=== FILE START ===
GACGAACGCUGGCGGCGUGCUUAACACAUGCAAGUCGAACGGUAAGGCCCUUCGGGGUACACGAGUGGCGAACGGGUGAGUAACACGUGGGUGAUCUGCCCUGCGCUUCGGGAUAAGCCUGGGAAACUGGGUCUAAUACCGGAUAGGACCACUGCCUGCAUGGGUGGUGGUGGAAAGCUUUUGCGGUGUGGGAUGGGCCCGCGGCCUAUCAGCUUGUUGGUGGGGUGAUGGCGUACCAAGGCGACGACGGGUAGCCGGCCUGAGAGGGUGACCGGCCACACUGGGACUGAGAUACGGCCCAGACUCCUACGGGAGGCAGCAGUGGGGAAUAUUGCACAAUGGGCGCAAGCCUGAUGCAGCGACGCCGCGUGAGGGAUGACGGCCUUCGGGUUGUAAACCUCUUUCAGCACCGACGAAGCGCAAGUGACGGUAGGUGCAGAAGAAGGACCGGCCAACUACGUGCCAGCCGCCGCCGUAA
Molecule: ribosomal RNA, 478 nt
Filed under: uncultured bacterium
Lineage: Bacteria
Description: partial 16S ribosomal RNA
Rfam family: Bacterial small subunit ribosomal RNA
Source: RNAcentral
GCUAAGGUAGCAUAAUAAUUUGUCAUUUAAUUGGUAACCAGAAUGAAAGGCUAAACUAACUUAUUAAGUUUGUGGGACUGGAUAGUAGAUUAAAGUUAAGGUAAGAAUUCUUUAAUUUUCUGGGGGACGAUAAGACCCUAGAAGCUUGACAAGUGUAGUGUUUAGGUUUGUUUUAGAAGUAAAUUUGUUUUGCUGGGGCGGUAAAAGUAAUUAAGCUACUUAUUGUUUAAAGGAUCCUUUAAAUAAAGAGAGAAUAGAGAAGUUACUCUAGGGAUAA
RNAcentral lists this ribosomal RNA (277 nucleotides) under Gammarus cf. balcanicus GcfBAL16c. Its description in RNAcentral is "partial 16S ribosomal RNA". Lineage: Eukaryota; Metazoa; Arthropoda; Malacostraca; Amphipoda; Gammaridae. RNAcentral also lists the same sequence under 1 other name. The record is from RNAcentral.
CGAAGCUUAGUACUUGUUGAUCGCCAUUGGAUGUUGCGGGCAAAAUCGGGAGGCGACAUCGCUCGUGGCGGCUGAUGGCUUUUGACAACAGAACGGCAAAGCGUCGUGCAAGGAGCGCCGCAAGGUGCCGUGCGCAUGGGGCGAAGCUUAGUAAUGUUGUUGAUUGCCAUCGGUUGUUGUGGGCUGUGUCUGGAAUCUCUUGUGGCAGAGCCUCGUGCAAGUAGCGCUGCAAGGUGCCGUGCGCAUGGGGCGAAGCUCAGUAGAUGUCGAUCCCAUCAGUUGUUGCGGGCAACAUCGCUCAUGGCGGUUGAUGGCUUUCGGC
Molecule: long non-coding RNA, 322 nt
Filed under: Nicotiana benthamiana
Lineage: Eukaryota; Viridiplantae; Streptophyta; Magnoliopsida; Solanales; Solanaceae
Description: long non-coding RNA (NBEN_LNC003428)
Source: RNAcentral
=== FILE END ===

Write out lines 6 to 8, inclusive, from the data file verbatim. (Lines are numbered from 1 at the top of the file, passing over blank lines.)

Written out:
Rfam family: Bacterial small subunit ribosomal RNA
Source: RNAcentral
GCUAAGGUAGCAUAAUAAUUUGUCAUUUAAUUGGUAACCAGAAUGAAAGGCUAAACUAACUUAUUAAGUUUGUGGGACUGGAUAGUAGAUUAAAGUUAAGGUAAGAAUUCUUUAAUUUUCUGGGGGACGAUAAGACCCUAGAAGCUUGACAAGUGUAGUGUUUAGGUUUGUUUUAGAAGUAAAUUUGUUUUGCUGGGGCGGUAAAAGUAAUUAAGCUACUUAUUGUUUAAAGGAUCCUUUAAAUAAAGAGAGAAUAGAGAAGUUACUCUAGGGAUAA